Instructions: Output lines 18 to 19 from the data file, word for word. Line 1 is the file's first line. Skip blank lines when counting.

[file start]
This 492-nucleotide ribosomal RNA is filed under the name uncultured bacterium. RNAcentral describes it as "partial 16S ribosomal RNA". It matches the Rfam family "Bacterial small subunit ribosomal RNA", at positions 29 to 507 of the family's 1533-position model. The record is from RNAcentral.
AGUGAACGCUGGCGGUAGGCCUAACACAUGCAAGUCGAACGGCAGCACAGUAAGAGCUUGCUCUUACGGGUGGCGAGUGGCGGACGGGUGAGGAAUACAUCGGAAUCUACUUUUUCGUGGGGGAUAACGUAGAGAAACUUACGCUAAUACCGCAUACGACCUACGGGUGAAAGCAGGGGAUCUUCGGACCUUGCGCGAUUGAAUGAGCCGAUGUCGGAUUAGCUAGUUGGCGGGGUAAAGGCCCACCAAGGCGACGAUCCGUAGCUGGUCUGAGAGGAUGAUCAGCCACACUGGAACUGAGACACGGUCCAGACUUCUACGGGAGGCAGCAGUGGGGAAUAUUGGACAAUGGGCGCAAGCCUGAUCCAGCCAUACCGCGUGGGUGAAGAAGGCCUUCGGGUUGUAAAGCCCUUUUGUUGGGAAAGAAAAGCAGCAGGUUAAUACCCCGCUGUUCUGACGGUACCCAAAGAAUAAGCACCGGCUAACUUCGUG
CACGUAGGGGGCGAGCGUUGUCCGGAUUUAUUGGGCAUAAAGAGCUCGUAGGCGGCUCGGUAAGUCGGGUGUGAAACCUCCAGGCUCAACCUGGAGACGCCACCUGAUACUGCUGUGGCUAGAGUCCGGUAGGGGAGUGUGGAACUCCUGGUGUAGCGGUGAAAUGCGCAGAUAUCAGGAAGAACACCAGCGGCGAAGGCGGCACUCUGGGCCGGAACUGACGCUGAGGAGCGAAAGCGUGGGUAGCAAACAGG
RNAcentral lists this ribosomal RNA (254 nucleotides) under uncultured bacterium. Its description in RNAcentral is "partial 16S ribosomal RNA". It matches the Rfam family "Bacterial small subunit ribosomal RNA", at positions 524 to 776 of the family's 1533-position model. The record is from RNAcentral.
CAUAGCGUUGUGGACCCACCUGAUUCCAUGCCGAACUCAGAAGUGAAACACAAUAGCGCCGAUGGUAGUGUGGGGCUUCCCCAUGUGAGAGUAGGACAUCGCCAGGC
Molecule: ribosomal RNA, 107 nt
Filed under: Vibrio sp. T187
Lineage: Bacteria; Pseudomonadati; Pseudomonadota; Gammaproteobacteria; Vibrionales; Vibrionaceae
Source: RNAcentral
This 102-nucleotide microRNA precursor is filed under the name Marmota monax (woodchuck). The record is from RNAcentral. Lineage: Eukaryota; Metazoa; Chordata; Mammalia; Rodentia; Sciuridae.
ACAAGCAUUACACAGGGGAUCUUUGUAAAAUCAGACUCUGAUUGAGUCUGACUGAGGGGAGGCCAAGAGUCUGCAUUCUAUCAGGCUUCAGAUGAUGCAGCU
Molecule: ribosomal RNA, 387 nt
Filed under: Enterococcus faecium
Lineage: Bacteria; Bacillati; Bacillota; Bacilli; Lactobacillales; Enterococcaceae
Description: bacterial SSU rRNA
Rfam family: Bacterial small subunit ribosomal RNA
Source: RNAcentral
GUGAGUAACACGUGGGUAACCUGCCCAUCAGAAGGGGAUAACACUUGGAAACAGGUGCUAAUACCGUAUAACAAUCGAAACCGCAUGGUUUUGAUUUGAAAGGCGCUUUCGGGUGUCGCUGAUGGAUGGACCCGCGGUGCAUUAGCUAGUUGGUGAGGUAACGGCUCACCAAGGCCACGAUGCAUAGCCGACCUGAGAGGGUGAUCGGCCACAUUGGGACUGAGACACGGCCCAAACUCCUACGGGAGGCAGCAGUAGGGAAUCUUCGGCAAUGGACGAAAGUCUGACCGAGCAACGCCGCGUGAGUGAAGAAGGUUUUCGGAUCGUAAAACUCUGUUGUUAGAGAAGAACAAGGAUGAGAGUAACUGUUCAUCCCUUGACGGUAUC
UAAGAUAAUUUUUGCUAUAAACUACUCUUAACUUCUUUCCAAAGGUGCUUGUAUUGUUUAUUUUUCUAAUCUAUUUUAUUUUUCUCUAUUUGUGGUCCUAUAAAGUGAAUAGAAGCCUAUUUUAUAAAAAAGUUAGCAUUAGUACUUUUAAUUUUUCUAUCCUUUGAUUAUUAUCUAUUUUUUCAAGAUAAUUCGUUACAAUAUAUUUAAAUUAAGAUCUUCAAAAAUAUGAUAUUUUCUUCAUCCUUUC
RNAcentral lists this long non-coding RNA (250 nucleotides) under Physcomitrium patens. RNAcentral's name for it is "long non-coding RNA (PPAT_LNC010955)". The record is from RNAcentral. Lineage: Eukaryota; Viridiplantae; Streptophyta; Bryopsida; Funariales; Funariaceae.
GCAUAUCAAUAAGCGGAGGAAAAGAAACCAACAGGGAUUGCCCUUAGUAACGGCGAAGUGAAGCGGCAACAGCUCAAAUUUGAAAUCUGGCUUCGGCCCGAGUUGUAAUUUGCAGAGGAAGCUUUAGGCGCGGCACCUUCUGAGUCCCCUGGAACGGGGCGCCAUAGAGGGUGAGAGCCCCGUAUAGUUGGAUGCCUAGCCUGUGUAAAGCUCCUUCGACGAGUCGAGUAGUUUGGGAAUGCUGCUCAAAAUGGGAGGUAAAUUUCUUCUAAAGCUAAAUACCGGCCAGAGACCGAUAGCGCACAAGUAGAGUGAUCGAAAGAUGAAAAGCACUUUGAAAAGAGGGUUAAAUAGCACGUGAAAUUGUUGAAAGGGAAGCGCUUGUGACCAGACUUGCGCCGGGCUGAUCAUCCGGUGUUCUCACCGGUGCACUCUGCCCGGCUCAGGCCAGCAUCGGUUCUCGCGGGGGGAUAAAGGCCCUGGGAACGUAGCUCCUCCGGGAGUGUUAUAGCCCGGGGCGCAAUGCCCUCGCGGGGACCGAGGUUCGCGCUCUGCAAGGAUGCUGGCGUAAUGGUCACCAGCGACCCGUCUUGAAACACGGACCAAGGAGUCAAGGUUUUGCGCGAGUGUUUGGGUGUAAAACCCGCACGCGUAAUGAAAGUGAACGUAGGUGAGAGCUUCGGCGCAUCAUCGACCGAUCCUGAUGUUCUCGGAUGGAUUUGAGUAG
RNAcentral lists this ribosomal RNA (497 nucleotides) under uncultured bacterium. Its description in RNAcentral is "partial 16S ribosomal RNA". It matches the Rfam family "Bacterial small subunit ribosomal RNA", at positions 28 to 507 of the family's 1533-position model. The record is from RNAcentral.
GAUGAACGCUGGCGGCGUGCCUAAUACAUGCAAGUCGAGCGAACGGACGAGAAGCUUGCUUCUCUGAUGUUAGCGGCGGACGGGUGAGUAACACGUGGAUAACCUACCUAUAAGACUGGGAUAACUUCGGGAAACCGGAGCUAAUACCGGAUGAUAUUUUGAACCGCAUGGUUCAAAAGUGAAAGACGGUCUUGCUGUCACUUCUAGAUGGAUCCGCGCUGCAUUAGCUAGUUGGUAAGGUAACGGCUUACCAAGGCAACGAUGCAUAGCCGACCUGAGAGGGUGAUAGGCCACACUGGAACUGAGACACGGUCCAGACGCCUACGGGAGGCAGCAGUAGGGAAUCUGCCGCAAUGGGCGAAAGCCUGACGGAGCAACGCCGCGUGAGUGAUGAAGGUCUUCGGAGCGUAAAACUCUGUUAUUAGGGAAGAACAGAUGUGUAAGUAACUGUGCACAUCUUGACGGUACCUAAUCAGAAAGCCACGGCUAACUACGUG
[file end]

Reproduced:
GUGAGUAACACGUGGGUAACCUGCCCAUCAGAAGGGGAUAACACUUGGAAACAGGUGCUAAUACCGUAUAACAAUCGAAACCGCAUGGUUUUGAUUUGAAAGGCGCUUUCGGGUGUCGCUGAUGGAUGGACCCGCGGUGCAUUAGCUAGUUGGUGAGGUAACGGCUCACCAAGGCCACGAUGCAUAGCCGACCUGAGAGGGUGAUCGGCCACAUUGGGACUGAGACACGGCCCAAACUCCUACGGGAGGCAGCAGUAGGGAAUCUUCGGCAAUGGACGAAAGUCUGACCGAGCAACGCCGCGUGAGUGAAGAAGGUUUUCGGAUCGUAAAACUCUGUUGUUAGAGAAGAACAAGGAUGAGAGUAACUGUUCAUCCCUUGACGGUAUC
UAAGAUAAUUUUUGCUAUAAACUACUCUUAACUUCUUUCCAAAGGUGCUUGUAUUGUUUAUUUUUCUAAUCUAUUUUAUUUUUCUCUAUUUGUGGUCCUAUAAAGUGAAUAGAAGCCUAUUUUAUAAAAAAGUUAGCAUUAGUACUUUUAAUUUUUCUAUCCUUUGAUUAUUAUCUAUUUUUUCAAGAUAAUUCGUUACAAUAUAUUUAAAUUAAGAUCUUCAAAAAUAUGAUAUUUUCUUCAUCCUUUC